Michigan company pays $38K in back wages, damages

June 1, 2016 -  By

A U.S. Department of Labor investigation found a Laketon, Mich.-based landscape company and its owner in violation of the Fair Labor Standards Act, M Live reports.

H&H Lawn Service & Snowplowing violated the Fair Labor Standards Act by failing to pay overtime and properly keep records, according to the Department of Labor. A court ruled that the company and its owner, Darrell Hinken, must pay 11 employees $38,000 in back wages and damages.

“H&H Lawn Service & Snowplowing is (a) family-owned business that treats its customers and employees fairly,” said Christopher Trebilcock, the company’s attorney, in an email to the Michigan news outlet. “As a result (of) the investigation prompted by a disgruntled former employee, H&H tried for the last 12 months to fight the incorrect factual findings made by the former wage & hour investigator from the DOL. The DOL announcement is the expected bureaucratic result in this process.”

Hinken said he spent $160,000 fighting and disputing the government’s complaint but ran out of money.

According to the government, Hinken and his company violated the Fair Labor Standards Act’s overtime and record keeping provisions in the following ways:

  • Misclassified some employees as independent contractors, then failed to pay them overtime when they worked more than 40 hours in a week;
  • Paid some employees a flat salary without regard to how many hours they worked. This led to overtime violations when they worked more than 40 hours per week;
  • Banked overtime hours for some employees to be paid out in future work weeks at straight time, rather than paying overtime in the pay period during which the hours were worked; and
  • Failed to keep required payroll records.

In addition to paying $38,000 in back wages and liquidating damages to 11 employees, the company has agreed to notify employees in writing if they’re claiming an overtime exemption for them and why, provide wage and hour division fact sheets to all employees that describe how they’re defined as an employee, and retain a certified public accounting firm to do an annual payroll audit to determine compliance with the law.

“Banking of overtime and misclassifying employees as independent contractors occurs all too often in seasonal businesses such as lawn care and snowplowing,” said Mary O’Rourke, district director for the Wage and Hour Division in Grand Rapids, Mich., in the DOL statement. “These pay practices hurt workers and give the employer an unfair advantage over businesses that play by the rules. This case demonstrates our commitment to using every tool available to us, including litigation, to ensure that these hard-working employees receive every cent they have earned.”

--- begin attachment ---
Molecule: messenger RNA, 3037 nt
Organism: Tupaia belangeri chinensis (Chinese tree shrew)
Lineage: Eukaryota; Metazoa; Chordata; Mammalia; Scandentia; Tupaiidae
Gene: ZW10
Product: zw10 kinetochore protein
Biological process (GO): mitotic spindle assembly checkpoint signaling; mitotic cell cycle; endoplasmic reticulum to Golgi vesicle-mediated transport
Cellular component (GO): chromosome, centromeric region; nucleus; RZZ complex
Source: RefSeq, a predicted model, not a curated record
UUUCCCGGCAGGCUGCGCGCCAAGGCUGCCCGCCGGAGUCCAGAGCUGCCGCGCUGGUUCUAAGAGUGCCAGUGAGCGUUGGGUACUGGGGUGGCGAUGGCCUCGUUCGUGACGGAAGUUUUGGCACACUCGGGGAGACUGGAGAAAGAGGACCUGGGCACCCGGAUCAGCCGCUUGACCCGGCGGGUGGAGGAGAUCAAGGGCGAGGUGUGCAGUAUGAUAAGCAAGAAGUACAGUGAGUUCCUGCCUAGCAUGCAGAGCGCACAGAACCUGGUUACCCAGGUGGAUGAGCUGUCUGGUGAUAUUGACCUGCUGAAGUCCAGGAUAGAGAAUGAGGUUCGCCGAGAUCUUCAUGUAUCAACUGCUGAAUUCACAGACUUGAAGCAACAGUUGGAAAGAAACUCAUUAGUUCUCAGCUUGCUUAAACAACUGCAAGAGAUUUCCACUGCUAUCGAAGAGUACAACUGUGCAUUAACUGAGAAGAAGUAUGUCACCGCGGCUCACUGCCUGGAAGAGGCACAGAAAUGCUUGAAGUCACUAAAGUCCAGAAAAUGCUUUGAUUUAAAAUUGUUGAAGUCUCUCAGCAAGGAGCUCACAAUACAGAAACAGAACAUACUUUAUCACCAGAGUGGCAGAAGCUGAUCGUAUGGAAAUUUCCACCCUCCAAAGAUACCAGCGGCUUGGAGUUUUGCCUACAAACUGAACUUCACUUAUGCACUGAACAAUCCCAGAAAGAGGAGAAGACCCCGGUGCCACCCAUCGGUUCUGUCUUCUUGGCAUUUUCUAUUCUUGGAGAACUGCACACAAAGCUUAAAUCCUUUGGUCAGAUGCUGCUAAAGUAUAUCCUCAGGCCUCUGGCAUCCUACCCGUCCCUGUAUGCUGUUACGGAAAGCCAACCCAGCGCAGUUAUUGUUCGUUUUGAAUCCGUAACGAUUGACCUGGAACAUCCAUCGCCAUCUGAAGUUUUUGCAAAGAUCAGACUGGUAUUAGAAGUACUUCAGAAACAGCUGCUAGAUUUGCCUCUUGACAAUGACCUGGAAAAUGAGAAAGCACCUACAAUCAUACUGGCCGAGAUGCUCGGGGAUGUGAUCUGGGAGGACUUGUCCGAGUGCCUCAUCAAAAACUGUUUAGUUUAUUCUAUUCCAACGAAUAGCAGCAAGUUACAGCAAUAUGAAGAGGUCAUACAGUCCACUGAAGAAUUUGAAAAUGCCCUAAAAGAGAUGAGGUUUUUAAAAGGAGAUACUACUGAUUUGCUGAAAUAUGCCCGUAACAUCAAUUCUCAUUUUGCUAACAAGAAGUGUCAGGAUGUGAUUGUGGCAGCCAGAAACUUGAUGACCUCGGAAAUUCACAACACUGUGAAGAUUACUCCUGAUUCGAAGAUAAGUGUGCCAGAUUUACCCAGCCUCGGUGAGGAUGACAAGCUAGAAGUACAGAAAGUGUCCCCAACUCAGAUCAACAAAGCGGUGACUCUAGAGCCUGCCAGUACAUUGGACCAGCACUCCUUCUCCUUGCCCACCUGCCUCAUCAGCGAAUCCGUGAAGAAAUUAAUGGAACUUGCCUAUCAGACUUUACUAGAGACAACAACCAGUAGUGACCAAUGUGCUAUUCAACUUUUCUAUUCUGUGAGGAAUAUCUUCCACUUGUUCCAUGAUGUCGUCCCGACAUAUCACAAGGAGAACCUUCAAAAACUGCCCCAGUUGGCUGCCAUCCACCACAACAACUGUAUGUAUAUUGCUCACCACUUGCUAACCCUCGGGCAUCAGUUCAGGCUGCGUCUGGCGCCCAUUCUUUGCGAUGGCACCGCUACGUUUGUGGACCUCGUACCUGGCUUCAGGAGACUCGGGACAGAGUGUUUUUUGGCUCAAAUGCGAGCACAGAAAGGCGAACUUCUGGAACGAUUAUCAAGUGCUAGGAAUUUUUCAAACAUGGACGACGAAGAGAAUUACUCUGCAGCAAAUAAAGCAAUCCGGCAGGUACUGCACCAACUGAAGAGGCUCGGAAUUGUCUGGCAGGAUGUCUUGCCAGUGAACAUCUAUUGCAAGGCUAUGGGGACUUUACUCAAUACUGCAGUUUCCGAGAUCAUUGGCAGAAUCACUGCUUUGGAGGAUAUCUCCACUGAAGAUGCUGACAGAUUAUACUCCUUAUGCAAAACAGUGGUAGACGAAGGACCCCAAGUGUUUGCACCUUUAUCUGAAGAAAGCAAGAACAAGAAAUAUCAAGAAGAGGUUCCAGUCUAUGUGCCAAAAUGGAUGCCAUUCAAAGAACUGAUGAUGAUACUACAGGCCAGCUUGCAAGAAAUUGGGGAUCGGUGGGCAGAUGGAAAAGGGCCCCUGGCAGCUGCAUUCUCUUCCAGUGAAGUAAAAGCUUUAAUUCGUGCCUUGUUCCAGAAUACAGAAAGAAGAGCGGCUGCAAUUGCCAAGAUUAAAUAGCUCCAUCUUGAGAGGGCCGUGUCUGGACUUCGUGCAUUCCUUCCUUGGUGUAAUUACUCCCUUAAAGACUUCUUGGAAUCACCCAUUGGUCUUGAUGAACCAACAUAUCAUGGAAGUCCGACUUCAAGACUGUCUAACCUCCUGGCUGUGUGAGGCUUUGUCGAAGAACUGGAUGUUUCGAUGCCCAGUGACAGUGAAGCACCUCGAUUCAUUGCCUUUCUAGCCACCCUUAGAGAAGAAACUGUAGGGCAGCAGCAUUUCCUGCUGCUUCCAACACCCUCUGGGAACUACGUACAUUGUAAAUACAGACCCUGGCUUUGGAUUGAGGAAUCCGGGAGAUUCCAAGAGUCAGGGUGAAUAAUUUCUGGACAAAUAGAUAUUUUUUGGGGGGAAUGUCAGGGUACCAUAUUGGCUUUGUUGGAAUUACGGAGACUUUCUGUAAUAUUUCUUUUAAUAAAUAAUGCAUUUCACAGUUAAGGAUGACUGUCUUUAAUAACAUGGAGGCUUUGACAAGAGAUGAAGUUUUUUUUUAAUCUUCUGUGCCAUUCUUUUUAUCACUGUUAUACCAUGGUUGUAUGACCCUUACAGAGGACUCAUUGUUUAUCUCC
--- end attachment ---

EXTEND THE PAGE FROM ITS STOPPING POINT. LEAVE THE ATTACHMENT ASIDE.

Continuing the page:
Under the Fair Labor Standards Act, covered, non-exempt employees must be paid at least the federal minimum wage of $7.25 per hour for all hours worked, plus time and a half their regular rates—including commissions, bonuses and incentive pay—for hours worked beyond 40 per week. Employers must also maintain accurate time and payroll records.

LM Staff

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2 Comments on "Michigan company pays $38K in back wages, damages"

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  1. This is a challenge that we are facing with a greater frequency. Many small companies are paying foreman a salary illegally, causing hiring issues for those of us doing it correctly.

  2. Duane Thompson says:

    I don’t believe any government agency , especially after what has been happening with all of them the last 6 years. Examples, IRS, the VA, justice dept. and on and on. A disgruntled FORMER employee is no bellwether for a case like this. I would have to hear all the story behind. I pay overtime for anything over 40 hours.The $160,000 in court costs is the real tragedy.If a small company believes strongly enough to spend that kind of cash it tends to make me think they are fighting for what is right and just. The federal gov’t just does not care about business, especially small business. Politics seem to have entered this case and that is the real tragedy! How many out there have hired someone who works a week and quits because ” I will lose my unemployment” so I don’t want to work? Why doesn’t DOL go after cheater employees also(doing under the table work while collecting)?